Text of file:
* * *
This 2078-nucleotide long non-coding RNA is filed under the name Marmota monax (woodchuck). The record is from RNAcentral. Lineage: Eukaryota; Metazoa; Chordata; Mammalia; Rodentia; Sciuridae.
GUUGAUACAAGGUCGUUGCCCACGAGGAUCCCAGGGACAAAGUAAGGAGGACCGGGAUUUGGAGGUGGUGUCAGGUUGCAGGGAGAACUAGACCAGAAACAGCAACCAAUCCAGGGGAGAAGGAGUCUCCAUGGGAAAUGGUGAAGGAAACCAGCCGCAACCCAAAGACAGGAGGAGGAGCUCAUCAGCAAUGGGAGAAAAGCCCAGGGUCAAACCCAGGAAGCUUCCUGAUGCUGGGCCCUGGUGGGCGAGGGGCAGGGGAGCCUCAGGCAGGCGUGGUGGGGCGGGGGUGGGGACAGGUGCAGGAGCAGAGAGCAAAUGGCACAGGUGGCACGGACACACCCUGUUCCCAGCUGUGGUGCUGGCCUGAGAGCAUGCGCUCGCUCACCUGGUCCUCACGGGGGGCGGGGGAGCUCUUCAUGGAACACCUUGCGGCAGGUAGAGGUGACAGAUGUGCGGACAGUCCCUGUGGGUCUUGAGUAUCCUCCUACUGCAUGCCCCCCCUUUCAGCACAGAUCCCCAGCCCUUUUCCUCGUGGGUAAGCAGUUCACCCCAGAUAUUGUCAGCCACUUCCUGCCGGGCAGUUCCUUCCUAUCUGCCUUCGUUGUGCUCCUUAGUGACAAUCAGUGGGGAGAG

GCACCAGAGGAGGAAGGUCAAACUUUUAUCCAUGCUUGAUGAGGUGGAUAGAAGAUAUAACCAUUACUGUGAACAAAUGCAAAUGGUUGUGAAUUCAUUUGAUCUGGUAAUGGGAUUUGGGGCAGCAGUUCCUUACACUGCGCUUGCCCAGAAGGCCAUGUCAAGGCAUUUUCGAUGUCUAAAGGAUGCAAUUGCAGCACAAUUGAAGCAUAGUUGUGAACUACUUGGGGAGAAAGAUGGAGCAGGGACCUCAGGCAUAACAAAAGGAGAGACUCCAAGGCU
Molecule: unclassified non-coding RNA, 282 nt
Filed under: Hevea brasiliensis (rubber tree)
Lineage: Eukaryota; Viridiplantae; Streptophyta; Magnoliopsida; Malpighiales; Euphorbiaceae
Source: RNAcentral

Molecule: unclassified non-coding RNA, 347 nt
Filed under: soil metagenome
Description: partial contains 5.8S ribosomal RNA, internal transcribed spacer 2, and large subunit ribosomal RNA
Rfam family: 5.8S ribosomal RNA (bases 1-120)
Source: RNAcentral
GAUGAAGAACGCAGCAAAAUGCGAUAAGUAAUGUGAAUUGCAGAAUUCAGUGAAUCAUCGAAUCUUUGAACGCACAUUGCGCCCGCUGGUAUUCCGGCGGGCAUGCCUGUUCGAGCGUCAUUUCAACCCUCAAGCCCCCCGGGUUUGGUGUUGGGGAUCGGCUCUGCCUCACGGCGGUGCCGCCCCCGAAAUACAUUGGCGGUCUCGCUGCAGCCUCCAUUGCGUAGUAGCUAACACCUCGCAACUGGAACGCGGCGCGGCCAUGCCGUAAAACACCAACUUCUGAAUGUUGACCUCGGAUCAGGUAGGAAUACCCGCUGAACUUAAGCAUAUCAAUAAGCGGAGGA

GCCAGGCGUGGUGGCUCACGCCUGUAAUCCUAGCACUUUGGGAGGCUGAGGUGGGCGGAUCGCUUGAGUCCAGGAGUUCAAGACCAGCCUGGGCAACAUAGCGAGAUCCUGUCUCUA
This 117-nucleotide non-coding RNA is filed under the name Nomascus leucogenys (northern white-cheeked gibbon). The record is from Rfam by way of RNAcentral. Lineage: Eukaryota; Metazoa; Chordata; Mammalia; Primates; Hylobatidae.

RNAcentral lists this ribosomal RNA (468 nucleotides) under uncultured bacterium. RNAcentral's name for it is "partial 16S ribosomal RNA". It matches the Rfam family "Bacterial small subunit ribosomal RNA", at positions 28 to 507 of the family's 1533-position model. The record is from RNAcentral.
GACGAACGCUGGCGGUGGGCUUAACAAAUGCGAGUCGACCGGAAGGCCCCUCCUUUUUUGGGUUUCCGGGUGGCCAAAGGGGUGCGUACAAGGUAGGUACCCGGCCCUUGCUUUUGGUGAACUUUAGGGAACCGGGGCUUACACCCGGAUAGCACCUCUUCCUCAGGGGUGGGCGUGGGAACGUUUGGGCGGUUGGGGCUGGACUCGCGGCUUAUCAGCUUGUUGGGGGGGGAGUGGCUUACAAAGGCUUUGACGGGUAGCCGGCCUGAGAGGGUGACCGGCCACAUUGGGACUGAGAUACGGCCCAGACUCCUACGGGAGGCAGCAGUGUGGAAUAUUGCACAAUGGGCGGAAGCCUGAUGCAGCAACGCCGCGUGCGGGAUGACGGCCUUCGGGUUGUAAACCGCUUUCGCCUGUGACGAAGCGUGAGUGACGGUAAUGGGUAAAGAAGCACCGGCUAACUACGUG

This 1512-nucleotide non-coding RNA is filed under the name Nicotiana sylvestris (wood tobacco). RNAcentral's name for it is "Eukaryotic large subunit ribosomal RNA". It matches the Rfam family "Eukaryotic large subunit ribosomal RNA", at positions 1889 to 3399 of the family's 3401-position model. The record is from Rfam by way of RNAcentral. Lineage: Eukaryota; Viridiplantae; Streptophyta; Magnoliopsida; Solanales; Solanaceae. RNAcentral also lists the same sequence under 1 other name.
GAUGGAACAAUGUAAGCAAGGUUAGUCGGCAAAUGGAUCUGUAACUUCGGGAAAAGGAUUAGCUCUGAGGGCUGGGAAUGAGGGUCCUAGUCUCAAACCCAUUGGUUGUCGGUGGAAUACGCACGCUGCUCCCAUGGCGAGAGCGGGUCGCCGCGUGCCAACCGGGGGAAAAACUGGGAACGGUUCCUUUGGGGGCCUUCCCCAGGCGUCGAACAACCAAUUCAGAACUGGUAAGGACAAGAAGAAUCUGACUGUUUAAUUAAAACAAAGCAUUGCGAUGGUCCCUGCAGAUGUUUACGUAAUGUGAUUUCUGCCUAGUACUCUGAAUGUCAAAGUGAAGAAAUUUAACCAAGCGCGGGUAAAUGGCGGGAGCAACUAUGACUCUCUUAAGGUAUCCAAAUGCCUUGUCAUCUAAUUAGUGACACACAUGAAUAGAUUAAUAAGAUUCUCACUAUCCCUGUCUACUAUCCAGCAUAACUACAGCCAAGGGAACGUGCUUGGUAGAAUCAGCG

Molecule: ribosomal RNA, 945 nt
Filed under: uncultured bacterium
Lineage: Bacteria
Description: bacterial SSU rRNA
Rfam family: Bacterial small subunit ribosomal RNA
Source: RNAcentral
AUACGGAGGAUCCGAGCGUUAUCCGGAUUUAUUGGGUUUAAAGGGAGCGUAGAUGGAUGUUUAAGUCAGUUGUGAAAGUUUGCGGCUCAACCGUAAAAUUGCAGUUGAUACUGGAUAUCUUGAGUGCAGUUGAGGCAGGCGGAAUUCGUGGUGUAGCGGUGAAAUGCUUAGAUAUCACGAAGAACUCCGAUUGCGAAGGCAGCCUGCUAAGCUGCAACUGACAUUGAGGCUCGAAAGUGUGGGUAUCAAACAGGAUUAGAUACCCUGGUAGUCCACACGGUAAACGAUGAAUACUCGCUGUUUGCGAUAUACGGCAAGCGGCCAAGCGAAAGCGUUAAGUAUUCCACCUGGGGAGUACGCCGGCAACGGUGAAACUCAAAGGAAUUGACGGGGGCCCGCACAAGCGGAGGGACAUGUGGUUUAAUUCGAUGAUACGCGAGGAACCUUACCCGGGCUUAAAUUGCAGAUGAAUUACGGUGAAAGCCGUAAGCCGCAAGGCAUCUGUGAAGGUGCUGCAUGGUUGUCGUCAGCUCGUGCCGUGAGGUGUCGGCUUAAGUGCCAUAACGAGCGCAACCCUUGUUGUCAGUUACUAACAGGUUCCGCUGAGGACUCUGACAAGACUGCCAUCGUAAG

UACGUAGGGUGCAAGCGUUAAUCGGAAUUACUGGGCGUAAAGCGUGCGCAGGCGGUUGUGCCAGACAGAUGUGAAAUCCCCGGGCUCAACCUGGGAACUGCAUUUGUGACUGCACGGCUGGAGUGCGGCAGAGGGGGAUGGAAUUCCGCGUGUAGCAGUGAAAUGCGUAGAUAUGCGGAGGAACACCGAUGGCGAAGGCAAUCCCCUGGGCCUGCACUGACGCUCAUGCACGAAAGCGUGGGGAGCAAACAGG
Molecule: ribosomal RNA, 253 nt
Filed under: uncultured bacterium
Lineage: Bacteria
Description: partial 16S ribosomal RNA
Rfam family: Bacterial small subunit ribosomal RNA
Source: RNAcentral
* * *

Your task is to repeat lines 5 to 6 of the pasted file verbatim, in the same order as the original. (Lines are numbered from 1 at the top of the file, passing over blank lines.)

Filed under: Hevea brasiliensis (rubber tree)
Lineage: Eukaryota; Viridiplantae; Streptophyta; Magnoliopsida; Malpighiales; Euphorbiaceae